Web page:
They cured Ebola didn't they?

knukles's picture

I just spit out a bite of a Talimook pepperoni sausage stick.
OMG.  Next the Boiking will get the Nobel Prize for Medicine.

PhineasGage's picture

REAL-LIFE MEETUP FOR ZEROHEDGE GUYS IN THE BAKKEN... I've already sent contact requests to two commenters from a previous article today on the shale boom. Send a contact request to me and we'll get this shit together. 

MrTouchdown's picture

Well, isn't this the reason we have ISIS? They're supposed to help Saudi Arabia achieve their production cuts.

williambanzai7's picture

As the price per barrel decreases the incentive to cheat increases...

There is no mechanism for enforcing production quotas other than the threat of being punished by even lower prices.

Meanwhile demand is in the negative growth shitter, which can only get worse.

Sounds like a death spiral to me.

knukles's picture

We been through this a hundred times before since the activist price manipulations of the 70's. 
Always OPEC's end.
Then the Saudi's cut back after the marginal producers shut down or political objectives accomplished.
(or some dingle-fuck from some administration really pisses the Saudis off over some dumb shit.... sound like a possibility?)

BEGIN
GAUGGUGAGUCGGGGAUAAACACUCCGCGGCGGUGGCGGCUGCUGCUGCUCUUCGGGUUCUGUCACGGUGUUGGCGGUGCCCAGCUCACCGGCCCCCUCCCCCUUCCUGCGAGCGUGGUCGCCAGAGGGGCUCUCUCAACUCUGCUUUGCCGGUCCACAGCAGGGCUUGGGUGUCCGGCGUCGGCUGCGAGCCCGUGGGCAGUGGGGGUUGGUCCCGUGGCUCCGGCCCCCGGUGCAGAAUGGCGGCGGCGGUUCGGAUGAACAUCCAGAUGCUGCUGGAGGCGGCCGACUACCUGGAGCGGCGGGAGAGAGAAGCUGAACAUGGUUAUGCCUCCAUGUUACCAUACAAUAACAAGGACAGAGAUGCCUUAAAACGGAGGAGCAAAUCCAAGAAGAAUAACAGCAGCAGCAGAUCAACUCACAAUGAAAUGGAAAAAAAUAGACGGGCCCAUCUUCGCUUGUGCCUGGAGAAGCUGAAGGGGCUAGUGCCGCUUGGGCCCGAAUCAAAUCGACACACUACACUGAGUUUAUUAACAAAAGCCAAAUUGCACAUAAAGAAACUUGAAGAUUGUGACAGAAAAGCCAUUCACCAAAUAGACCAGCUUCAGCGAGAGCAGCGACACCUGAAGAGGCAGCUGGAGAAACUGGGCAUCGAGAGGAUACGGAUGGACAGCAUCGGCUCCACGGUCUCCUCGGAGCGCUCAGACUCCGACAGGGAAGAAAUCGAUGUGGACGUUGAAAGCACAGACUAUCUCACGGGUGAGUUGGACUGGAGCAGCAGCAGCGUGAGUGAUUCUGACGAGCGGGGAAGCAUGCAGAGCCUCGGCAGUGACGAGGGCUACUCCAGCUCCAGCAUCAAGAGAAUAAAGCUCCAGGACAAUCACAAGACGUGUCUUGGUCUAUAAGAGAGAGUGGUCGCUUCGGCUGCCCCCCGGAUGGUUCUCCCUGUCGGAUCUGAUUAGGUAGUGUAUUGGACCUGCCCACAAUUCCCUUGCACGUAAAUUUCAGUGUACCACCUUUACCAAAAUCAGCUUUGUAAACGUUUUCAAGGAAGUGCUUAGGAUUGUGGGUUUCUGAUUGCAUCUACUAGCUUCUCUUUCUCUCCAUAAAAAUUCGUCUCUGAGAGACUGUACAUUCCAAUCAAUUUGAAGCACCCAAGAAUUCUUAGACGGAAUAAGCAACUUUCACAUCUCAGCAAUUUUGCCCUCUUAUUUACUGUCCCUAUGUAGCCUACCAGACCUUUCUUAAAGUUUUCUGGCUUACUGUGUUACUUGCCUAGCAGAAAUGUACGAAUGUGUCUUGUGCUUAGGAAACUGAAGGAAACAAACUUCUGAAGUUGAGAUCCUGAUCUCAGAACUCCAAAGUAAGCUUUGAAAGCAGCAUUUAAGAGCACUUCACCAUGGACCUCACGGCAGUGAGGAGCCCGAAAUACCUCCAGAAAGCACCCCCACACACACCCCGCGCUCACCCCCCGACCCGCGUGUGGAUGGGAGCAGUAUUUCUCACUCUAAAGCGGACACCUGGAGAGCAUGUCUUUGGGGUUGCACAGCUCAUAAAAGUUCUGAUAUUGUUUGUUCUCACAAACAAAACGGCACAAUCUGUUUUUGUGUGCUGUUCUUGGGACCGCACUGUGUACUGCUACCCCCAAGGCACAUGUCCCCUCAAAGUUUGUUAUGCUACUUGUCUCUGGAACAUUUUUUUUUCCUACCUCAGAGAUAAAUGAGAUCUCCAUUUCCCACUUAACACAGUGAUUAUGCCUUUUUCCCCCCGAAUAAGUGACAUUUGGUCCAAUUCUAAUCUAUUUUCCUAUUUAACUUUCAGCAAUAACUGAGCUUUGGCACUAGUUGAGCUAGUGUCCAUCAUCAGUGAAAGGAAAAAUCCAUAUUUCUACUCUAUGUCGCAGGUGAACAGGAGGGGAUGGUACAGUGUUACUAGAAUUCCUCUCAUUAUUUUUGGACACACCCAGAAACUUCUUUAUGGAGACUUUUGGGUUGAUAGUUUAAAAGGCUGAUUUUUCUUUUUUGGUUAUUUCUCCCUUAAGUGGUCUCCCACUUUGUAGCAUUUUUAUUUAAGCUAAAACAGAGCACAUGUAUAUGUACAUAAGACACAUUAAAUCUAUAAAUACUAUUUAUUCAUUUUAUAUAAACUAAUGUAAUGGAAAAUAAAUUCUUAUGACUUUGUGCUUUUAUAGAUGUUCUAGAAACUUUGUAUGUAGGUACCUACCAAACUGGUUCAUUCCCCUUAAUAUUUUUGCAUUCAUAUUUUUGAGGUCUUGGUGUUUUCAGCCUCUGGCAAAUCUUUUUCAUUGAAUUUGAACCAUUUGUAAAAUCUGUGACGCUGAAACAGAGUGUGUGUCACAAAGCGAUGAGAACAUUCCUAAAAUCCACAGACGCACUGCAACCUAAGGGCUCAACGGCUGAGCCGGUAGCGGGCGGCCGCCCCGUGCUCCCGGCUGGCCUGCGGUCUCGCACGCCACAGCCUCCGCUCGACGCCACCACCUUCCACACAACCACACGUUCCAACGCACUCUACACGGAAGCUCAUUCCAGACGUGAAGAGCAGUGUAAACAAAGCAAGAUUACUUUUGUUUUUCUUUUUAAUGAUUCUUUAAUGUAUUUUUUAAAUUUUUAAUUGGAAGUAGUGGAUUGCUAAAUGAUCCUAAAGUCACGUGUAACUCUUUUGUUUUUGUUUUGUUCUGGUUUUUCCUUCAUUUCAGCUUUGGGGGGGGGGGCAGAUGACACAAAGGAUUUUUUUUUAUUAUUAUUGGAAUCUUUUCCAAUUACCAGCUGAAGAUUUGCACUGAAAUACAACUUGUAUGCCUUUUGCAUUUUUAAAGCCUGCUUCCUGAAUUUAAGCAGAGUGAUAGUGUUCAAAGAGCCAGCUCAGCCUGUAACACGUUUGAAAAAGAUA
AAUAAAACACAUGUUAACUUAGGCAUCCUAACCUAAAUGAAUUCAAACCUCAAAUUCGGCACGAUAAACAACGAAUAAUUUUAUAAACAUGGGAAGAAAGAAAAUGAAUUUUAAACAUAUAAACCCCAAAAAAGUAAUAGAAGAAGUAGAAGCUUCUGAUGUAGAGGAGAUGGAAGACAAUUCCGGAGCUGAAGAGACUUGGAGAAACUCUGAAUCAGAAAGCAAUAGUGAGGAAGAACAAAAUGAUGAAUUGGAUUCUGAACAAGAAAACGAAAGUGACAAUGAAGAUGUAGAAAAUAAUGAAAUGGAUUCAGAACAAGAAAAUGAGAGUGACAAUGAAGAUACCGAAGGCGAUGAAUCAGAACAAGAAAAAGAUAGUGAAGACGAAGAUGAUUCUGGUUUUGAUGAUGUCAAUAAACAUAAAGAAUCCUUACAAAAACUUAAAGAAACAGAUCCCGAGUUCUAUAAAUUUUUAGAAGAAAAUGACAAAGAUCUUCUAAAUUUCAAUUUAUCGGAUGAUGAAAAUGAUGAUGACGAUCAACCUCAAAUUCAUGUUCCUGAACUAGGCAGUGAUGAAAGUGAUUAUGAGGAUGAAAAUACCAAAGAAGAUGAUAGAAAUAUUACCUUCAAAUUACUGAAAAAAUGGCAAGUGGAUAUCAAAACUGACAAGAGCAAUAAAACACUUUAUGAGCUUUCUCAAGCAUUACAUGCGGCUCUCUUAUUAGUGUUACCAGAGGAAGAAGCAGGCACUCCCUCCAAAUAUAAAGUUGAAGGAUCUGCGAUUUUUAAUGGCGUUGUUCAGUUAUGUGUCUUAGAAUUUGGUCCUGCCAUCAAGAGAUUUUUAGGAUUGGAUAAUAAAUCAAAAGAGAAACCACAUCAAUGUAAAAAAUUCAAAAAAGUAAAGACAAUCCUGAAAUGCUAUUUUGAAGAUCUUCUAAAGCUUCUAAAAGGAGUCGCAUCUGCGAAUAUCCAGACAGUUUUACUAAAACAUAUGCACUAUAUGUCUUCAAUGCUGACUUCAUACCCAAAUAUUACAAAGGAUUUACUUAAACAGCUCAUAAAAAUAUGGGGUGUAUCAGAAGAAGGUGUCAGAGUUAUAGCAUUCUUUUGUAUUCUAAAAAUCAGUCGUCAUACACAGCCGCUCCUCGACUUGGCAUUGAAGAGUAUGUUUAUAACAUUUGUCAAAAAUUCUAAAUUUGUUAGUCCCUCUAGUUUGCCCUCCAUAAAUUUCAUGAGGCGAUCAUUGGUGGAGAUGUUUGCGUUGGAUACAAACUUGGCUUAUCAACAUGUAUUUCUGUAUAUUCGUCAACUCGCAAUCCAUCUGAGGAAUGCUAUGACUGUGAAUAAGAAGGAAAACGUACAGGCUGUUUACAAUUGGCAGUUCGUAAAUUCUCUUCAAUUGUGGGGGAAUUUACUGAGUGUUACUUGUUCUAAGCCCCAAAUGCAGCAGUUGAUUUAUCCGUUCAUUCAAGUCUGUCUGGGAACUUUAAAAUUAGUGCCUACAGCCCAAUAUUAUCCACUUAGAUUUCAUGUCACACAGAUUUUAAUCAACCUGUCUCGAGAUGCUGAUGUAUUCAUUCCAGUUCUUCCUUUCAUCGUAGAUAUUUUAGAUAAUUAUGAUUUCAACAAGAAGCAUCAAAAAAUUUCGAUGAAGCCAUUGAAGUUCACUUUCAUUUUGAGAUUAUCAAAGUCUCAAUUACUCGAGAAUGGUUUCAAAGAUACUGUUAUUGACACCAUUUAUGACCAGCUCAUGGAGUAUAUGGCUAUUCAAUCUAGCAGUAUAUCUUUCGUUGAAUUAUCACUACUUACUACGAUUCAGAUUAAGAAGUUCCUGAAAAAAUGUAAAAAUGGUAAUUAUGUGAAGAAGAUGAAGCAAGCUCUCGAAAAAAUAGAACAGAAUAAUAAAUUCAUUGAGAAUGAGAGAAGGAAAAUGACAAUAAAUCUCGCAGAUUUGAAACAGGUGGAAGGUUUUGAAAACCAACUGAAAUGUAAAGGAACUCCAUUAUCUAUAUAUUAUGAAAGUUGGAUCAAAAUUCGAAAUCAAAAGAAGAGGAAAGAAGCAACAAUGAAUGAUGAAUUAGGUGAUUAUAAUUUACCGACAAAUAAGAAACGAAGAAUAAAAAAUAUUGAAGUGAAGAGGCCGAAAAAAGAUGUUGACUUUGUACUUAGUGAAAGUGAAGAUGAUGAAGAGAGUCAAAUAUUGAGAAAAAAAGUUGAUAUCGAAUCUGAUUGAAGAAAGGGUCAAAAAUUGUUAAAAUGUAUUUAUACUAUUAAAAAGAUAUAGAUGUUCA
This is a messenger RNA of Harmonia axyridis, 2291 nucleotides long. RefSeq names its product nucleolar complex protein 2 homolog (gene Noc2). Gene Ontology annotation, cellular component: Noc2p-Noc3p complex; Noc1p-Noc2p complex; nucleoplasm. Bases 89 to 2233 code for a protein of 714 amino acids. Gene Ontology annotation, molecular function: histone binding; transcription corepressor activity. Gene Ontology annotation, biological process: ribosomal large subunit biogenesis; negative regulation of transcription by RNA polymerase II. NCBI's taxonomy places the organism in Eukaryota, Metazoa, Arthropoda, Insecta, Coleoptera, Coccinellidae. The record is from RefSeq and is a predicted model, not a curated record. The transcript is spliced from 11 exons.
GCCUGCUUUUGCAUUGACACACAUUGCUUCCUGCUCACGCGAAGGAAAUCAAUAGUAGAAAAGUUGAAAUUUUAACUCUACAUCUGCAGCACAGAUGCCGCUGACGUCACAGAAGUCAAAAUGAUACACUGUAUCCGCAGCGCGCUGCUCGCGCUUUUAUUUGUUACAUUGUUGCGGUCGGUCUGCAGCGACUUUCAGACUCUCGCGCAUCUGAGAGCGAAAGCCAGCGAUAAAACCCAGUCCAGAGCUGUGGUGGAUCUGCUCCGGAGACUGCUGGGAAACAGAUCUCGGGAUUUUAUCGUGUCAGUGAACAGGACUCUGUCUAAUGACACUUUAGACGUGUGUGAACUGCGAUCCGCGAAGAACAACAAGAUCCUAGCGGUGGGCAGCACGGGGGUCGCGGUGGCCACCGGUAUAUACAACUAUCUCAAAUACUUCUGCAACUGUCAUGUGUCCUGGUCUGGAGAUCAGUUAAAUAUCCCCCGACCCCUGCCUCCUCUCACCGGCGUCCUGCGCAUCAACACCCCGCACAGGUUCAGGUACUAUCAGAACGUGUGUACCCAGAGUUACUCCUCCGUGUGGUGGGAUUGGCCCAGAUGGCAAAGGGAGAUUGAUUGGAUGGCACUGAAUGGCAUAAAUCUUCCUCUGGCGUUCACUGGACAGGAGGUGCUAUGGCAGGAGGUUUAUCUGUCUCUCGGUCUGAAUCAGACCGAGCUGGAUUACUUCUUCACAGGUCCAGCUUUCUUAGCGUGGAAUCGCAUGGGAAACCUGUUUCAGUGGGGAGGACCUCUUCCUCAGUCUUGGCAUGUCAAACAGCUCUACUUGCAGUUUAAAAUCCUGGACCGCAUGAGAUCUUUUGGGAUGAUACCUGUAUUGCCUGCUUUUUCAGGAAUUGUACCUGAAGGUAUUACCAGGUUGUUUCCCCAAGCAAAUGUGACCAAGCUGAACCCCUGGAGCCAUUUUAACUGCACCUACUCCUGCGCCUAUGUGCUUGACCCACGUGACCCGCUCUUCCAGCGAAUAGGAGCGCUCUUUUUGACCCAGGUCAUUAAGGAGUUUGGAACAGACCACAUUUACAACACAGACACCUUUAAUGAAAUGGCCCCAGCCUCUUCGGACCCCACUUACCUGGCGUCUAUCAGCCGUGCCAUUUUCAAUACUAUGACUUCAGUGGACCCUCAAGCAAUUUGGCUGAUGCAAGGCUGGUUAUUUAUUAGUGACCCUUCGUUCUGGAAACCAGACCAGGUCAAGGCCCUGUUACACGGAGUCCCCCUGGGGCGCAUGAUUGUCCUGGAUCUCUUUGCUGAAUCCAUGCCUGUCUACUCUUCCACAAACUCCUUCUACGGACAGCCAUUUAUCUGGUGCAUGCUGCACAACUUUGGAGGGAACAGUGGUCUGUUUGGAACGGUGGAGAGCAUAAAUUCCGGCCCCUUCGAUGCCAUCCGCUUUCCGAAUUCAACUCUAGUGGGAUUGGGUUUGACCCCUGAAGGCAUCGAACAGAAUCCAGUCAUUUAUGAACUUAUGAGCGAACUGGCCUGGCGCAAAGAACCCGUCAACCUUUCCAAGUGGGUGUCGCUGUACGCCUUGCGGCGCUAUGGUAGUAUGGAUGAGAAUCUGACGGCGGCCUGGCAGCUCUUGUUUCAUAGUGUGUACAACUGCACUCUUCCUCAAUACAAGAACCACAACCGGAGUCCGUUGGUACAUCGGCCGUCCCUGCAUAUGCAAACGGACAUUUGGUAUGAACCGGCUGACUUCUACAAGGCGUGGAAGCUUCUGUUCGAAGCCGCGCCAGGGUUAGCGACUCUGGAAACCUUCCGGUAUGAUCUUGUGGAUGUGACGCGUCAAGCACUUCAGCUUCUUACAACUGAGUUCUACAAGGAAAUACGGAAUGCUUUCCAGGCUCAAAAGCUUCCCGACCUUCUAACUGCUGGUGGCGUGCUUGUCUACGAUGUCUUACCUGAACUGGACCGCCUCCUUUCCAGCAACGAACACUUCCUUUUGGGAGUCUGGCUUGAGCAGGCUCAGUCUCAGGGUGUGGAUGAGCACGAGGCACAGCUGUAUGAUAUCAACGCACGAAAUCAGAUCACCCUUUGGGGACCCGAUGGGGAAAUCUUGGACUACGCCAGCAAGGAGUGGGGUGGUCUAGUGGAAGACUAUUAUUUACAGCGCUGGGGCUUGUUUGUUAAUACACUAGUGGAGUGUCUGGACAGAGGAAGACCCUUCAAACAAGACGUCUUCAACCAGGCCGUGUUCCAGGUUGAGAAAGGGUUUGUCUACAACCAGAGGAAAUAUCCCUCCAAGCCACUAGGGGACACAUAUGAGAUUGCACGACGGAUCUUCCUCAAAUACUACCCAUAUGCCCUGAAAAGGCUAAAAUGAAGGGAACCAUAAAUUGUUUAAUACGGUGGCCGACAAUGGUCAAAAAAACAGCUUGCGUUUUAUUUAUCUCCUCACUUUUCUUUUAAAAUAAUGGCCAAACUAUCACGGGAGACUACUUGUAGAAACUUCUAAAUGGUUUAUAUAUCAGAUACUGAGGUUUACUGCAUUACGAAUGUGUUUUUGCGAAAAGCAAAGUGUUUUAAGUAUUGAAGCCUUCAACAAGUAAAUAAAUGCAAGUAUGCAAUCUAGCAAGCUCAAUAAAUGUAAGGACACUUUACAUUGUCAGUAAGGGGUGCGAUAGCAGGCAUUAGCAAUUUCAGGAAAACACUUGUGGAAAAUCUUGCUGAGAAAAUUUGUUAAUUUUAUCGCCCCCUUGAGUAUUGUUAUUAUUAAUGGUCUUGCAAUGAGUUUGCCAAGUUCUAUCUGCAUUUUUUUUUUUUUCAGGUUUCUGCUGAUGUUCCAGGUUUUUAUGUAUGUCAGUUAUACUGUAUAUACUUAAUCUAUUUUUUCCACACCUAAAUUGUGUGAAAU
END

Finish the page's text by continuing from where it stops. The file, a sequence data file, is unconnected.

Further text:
Wash, rinse and repeat.

PS  And just when you'll think it's safe to get back in the water....

Spitzer's picture

In the 70's, the USD was devalued by 40%. Oil prices went to the moon but  they blamed it on Iran. Fact is, it was a devaluation of the dollar. The USD was devalued by 40% against oil in the 70's just like gold was revalued 40% higher against the dollar in the great depression.

seek's picture

And don't forget the inflation shock from that devaluation rippled through the economy and triggered gold's move from $35 to $800 in under a decade.

knukles's picture

Oh yes, I remember that clearly.
Every single time OPEC met and announced a price increase, the FED simply expanded the monetary base by an amount approximate to the price increase as a percentage of GDP.